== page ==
Love and scandal are the best sweeteners of tea. —Henry Fielding

04 June 2007

L.A. Update #2

I've been keeping busier. Last night I went to see Luisa Fernanda at Los Angeles Opera. It was delightful. I hated the set, but I had never seen a zarzuela before, and this was a really cool experience particularly because I got to hear Plácido Domingo sing the lead male role. Boy does that man have a voice!
Being downtown made my heart ache to live in Los Angeles again. There's Southern California and there's Southern California. I realized today that I like living in Tallahassee a lot better than I like living in La Verne (where my folks live). Everyone is so white out here and it all feels so... I don't know how else to describe it except by using the word fake. Everything is a chain store: chain coffee and chain restaurants and chain clothing stores and more chain restaurants. Chain hardware stores and chain movie rental stores. Chain jewelry stores, chain bagel shops and chain auto mechanics. It's a town without a bookstore. At least Tallahassee feels lived in. It's an eerie feeling: like living in a big Hollywood movie where everything is predictable.
But downtown doesn't feel like that at all. It feels different and new and messy and unpredictable. I went to the opera with Derek. We didn't even dress up: jeans and dress shirts. And we had a great time. It's just so nice down there. And the weather! I love Los Angeles.

I finished Eve Kosofsky Sedgwick's book Epistemology of the Closet which is really brilliant. And I started Foucault's The History of Sexuality Part II: The Use of Pleasure, but I am getting a little bored. I need some fiction in my life, I think. Maybe I will pick up some Noël Coward for a lark.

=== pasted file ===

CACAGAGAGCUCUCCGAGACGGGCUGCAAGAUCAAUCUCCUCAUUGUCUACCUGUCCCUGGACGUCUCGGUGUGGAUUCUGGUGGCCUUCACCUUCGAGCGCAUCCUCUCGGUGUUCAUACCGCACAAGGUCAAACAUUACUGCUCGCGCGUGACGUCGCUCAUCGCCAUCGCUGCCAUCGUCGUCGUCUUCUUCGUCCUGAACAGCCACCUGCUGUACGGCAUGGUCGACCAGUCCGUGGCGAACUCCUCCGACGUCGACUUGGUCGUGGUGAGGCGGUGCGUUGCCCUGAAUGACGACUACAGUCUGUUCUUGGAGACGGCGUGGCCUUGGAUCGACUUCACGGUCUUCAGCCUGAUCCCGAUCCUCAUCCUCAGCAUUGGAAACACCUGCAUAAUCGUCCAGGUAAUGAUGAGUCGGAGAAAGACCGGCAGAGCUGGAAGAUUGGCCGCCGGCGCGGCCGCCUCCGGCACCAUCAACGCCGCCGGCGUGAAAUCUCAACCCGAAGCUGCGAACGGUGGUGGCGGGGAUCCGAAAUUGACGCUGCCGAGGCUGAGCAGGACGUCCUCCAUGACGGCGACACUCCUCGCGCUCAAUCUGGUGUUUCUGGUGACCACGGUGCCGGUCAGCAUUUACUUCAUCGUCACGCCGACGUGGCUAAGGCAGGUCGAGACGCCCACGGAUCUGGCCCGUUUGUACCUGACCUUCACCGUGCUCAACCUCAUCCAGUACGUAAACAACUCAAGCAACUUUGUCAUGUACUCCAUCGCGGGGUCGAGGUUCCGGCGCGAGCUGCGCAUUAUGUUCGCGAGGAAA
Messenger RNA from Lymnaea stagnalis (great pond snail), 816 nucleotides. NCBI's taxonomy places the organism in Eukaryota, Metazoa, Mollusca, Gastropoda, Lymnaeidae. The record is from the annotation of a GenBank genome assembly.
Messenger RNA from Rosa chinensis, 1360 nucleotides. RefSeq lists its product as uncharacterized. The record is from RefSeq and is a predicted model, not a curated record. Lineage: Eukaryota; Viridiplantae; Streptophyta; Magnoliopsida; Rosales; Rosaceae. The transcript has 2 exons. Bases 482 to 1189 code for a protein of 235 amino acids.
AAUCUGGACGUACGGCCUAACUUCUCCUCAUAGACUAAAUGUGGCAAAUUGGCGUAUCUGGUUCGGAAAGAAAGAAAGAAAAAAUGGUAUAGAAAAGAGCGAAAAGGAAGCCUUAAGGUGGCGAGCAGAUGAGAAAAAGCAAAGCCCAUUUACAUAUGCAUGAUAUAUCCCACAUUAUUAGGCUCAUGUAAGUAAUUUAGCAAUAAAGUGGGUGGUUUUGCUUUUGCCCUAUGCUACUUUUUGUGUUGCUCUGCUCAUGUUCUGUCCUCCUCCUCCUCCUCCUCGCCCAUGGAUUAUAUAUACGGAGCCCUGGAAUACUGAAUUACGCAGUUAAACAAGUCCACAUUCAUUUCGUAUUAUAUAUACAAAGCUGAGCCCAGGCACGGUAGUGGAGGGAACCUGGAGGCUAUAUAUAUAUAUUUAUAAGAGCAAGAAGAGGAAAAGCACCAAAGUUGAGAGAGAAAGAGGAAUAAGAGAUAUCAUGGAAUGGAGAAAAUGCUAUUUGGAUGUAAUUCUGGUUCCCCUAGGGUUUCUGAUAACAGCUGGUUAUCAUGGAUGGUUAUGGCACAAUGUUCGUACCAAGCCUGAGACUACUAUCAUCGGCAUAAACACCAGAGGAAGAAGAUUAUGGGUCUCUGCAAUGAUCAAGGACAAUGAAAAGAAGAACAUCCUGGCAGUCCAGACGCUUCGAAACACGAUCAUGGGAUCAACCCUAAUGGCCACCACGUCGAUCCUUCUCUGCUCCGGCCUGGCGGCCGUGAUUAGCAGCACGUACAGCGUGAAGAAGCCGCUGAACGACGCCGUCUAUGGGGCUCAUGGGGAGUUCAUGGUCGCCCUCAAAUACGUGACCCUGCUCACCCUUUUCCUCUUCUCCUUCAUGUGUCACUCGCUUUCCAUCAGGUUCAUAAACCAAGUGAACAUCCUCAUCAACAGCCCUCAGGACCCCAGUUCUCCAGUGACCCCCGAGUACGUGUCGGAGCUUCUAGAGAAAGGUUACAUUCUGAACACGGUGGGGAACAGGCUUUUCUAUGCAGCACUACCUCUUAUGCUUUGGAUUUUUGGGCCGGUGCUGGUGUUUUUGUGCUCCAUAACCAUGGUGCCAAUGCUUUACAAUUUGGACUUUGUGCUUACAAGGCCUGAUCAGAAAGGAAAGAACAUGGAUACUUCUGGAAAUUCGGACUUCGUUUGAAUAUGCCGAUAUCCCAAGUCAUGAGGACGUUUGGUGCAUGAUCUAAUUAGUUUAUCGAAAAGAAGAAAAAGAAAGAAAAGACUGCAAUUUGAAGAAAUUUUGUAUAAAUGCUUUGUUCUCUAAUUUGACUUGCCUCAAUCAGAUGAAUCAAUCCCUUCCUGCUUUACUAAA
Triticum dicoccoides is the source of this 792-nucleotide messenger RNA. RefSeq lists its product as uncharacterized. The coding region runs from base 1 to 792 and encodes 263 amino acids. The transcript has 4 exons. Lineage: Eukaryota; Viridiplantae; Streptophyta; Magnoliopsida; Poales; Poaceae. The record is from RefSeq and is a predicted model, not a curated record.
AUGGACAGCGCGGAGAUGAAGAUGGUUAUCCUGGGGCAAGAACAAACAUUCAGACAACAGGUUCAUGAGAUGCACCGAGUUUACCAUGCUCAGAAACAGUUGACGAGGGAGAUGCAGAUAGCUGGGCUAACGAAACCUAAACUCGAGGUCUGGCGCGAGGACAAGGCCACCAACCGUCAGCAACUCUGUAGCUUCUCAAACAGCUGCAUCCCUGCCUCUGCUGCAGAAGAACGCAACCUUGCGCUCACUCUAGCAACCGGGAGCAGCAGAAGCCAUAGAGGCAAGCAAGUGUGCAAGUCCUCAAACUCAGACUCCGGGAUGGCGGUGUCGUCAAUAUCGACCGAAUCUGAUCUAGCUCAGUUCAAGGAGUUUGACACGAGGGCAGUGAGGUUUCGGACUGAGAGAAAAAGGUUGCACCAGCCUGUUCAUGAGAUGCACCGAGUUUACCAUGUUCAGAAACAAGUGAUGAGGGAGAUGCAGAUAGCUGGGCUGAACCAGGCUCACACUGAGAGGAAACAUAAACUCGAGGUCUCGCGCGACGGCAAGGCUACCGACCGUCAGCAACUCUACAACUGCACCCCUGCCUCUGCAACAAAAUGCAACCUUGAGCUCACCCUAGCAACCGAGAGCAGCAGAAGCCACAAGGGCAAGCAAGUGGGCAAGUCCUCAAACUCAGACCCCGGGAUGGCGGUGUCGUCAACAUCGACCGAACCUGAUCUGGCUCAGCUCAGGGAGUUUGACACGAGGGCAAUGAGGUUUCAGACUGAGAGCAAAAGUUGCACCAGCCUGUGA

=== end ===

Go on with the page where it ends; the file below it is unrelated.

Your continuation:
I've been watching movies too. Melville's Bob le Flambeur (1956) is easily as good as his later masterpieces Le Samouraï and Le Cercle Rouge. I am in LOVE with Jean-Pierre Melville. This man makes some brilliant fucking movies. Bob is an über-cool heist film without a heist. And it's an obvious predecessor to what would be called the French New Wave. The French New Wave would have been unthinkable without Bob le Flambeur (or, I think, Louis Malle's Elevator to the Gallows, another must-see from the 1950s.) It's a mid-1950s noir, betraying Melville's fascination with all things Yankee, but it's attitudes and self-satisfaction are unmistakeably French. Add this one to your Netflix queue.

Captain Blood is your standard Errol Flynn swashbuckler. The first one, I think. I'd never seen it, and I liked it a lot. There isn't quite enough swordfighting for my taste, but it's totally fun nonetheless and the cinematography is amazing. It also stars Olivia de Havilland, who was in all of those 1930s Errol Flynn pictures with him—before she finally escaped with Gone with the Wind and started racking up Oscars for her shelves.

Everyone's been hailing Once as a new kind of movie musical. It's a really good film, but it isn't really a watershed event in movie musical history or anything like that. Actually, it's not even really a musical so much as it is a movie with a lot of music in it. The movie follows an aspiring musician in Ireland as he records his first album and falls in love. It's filled with songs that he strums out on a guitar. I really liked it, and it has a near-perfect ending, but don't go in expecting it to change your life. It's just a really cool indie.

And Sympathy for Lady Vengeance is no Oldboy. That's all I'm saying.